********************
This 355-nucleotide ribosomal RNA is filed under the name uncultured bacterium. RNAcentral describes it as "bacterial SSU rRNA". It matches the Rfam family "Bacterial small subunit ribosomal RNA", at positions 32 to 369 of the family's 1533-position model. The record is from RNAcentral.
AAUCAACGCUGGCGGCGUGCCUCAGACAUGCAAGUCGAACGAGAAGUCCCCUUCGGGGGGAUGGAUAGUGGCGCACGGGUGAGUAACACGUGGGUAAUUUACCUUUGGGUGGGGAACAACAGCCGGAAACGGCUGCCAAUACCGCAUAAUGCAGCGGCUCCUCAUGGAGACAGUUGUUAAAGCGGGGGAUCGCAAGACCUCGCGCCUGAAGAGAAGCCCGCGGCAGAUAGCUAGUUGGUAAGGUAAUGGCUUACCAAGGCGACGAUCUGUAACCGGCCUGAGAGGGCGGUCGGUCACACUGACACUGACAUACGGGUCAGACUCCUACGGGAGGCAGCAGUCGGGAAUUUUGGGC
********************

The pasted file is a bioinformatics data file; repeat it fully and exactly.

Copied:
This 355-nucleotide ribosomal RNA is filed under the name uncultured bacterium. RNAcentral describes it as "bacterial SSU rRNA". It matches the Rfam family "Bacterial small subunit ribosomal RNA", at positions 32 to 369 of the family's 1533-position model. The record is from RNAcentral.
AAUCAACGCUGGCGGCGUGCCUCAGACAUGCAAGUCGAACGAGAAGUCCCCUUCGGGGGGAUGGAUAGUGGCGCACGGGUGAGUAACACGUGGGUAAUUUACCUUUGGGUGGGGAACAACAGCCGGAAACGGCUGCCAAUACCGCAUAAUGCAGCGGCUCCUCAUGGAGACAGUUGUUAAAGCGGGGGAUCGCAAGACCUCGCGCCUGAAGAGAAGCCCGCGGCAGAUAGCUAGUUGGUAAGGUAAUGGCUUACCAAGGCGACGAUCUGUAACCGGCCUGAGAGGGCGGUCGGUCACACUGACACUGACAUACGGGUCAGACUCCUACGGGAGGCAGCAGUCGGGAAUUUUGGGC